February 23rd 2010
A number of people asked me if I was going to go to the BAFTAs. I answer, not unless I am nominated or invited. Well technically I am invited, but frankly unless you’re nominated or an A list star, you tend to get literally shovelled to the back on these occasions, so if you dont want to suffer “actual bodily harm” or inflict it, or humiliation, you stay home and watch it on television. Which is what I did. And really enjoyed it. And was thrilled when “Hurt Locker” won best picture and Director.
I saw “Hurt Locker” last year when it first came out in the States and was completely bowled over by it. I believe it cost only $11 million and for that price, the quality of the directing, acting and script were first rate. Frankly, in this day and age that price is really what a film should cost and maybe more would be made if the studios made this sort of film and less “Avatar’s”. “Avatar” cost about $300 million and that’s about twenty seven “Hurt Locker’s” by my reckoning. As I have said previously, “Avatar” is a visually stunning film if seen in 3D, but the story, script and so on leave a lot to be desired and that then is waste of money.
This seems to be the view of many of the people I have spoken to who have seen it. “District 9” cost about $30 million, is a science fiction story and is a great film, well worth seeing, with all the qualities that “Avatar” lacks. It makes me angry that our industry can be so profligate and indulgent of big egos when there are so many good film makers out there who can sell popcorn if they can just have their chance. The public deserves the choice. The experience of seeing a film on a big cinema screen is still better than watching on a television set, however big.
I went to the cinema today and I’m afraid walked out. I won't name the film, but it was another big budget film that lost its way script wise. What really concerned me was the trailer of a film about to come out about children morphing into super heroes, called “Kick Ass”. In this film children are running around and using guns, being incredibly violent and using horrible language. I think it’s supposed to be a comedy, but the humour passed me by completely and either I am completely out of touch or our industry has completely and literally lost the plot, in its determination to drag people into the theatres.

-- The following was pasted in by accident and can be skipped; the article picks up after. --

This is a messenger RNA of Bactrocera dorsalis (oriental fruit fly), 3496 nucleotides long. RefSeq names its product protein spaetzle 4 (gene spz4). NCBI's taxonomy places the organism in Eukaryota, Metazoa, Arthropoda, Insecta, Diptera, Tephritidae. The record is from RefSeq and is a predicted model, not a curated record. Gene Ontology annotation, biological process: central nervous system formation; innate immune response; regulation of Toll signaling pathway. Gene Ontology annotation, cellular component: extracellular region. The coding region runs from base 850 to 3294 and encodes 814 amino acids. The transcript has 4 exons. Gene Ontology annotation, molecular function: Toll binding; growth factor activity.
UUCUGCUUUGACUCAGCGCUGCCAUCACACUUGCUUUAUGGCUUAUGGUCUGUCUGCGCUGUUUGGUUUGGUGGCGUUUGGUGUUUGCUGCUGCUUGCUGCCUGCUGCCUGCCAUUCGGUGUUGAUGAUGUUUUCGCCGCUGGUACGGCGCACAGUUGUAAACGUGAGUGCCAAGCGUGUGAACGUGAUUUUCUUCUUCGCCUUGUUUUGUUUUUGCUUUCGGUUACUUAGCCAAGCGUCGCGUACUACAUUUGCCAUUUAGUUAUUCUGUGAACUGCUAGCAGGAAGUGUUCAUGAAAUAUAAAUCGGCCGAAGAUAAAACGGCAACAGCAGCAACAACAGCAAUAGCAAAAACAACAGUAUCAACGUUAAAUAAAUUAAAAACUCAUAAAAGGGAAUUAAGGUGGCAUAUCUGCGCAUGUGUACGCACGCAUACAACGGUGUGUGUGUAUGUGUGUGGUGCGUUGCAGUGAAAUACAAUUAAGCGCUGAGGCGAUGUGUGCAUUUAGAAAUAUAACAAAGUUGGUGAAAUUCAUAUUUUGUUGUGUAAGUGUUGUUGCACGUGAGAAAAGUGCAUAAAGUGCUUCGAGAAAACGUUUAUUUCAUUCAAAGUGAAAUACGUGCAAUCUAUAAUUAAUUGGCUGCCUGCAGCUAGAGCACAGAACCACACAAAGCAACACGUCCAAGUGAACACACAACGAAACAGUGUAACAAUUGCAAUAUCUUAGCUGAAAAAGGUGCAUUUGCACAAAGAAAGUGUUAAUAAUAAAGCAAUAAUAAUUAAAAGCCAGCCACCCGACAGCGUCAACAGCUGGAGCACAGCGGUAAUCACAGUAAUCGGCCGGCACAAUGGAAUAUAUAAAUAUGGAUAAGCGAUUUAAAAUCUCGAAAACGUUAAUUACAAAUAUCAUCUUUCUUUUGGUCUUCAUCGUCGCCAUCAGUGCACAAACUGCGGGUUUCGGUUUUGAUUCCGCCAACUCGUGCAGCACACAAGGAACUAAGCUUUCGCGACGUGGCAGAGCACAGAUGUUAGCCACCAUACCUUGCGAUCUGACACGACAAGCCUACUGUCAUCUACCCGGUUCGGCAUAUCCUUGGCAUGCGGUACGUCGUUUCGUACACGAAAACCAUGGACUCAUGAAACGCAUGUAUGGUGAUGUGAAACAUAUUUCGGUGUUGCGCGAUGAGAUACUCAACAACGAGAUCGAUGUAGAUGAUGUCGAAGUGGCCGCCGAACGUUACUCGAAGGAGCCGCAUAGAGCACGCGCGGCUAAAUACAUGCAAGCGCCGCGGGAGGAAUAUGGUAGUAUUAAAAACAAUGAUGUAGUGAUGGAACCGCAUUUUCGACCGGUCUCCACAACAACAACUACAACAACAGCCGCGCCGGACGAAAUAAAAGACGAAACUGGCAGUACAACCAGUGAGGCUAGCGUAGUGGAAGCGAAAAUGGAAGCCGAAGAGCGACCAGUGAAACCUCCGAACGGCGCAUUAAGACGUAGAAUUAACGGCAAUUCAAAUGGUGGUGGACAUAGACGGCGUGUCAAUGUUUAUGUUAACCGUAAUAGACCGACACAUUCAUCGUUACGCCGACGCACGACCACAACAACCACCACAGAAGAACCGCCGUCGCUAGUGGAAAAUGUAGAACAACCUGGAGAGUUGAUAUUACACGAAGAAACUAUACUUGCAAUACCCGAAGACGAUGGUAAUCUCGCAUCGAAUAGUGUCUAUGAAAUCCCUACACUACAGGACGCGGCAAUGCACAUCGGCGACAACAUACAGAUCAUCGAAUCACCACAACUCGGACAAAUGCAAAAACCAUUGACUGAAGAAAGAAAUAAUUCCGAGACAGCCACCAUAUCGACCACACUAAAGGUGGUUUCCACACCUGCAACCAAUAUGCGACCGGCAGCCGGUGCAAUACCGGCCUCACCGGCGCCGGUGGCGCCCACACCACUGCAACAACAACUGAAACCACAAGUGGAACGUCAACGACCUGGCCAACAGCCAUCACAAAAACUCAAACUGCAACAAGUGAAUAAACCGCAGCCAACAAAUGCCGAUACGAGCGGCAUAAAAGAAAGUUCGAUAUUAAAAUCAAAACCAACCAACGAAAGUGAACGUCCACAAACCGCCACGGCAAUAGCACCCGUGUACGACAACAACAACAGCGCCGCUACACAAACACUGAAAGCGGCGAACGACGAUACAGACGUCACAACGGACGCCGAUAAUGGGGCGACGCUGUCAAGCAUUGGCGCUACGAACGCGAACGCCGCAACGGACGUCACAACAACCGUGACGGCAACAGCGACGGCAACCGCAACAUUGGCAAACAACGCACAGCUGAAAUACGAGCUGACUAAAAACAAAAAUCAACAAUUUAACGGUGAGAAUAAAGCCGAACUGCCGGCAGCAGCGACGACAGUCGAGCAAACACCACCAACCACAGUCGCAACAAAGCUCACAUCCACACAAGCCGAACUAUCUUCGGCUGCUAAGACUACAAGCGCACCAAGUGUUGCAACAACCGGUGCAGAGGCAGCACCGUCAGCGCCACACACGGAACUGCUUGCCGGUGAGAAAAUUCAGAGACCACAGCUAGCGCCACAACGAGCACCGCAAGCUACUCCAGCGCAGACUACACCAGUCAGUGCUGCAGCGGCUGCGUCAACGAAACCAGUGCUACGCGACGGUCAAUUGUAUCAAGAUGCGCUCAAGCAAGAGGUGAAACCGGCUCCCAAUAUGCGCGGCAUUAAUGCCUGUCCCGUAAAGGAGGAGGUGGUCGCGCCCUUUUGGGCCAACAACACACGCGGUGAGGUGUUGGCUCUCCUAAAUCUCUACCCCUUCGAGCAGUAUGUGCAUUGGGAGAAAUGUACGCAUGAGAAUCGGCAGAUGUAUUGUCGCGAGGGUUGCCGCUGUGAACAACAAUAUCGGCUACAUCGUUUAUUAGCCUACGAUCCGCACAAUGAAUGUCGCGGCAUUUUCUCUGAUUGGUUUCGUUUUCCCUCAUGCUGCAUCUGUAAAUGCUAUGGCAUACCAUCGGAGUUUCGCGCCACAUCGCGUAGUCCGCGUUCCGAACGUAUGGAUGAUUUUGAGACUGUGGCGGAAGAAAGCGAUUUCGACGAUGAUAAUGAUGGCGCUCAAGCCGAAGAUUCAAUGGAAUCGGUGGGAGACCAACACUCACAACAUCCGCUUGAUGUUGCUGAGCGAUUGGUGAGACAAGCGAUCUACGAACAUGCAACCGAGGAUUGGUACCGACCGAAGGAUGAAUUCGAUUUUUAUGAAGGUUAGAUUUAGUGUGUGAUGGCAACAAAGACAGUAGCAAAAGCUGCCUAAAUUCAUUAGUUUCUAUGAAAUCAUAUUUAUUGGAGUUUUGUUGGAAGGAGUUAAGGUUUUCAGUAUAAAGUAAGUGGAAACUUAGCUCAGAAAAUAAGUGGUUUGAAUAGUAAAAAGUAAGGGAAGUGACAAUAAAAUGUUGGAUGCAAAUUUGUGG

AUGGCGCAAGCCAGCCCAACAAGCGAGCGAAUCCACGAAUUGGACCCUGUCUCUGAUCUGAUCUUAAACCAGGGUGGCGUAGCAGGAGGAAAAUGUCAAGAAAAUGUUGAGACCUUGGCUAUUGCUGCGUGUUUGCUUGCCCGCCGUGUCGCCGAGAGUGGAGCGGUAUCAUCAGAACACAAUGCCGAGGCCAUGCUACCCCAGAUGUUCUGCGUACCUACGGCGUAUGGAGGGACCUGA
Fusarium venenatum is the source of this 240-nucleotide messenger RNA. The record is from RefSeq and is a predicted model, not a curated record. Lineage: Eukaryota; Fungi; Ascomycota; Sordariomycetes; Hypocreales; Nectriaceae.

On the other hand I have been watching the Oscar nominated short and foreign language films and most of them are a feast of film making at its best. And thank goodness the BAFTA nominated films in all categories reached a new high. It seems sometimes that we are in two different industries. What to do? Keep the faith and plough on!
After fighting my way through heavy traffic, people and rain, I arrived in a very bad temper to see “Jerusalem” the play with the extraordinary Mark Rylance. It’s an interesting play but his performance is amazing, he must be one of the great actors of our day. See him in whatever and whenever you can. It’s the sort of performance that makes one as an actor just go on and on, so inspiring is it. Another favourite of mine, Mackenzie Crook, he of “The Office”, is also in it and is wonderful. He is a very versatile actor and gave the best performance as Konstantin in “The Seagull” last year. He has a strange face, which many actors would have been tempted to trade on as a “weird parts” actor. Wisely he has resisted this, although he used it to great advantage in ‘The Office” and “Pirates of the Caribbean”.
Anyway that’s about it this time, dear friends. Too much going on in this time for me to think too much about the past or come up with anecdotes!
Be good - not very - have fun.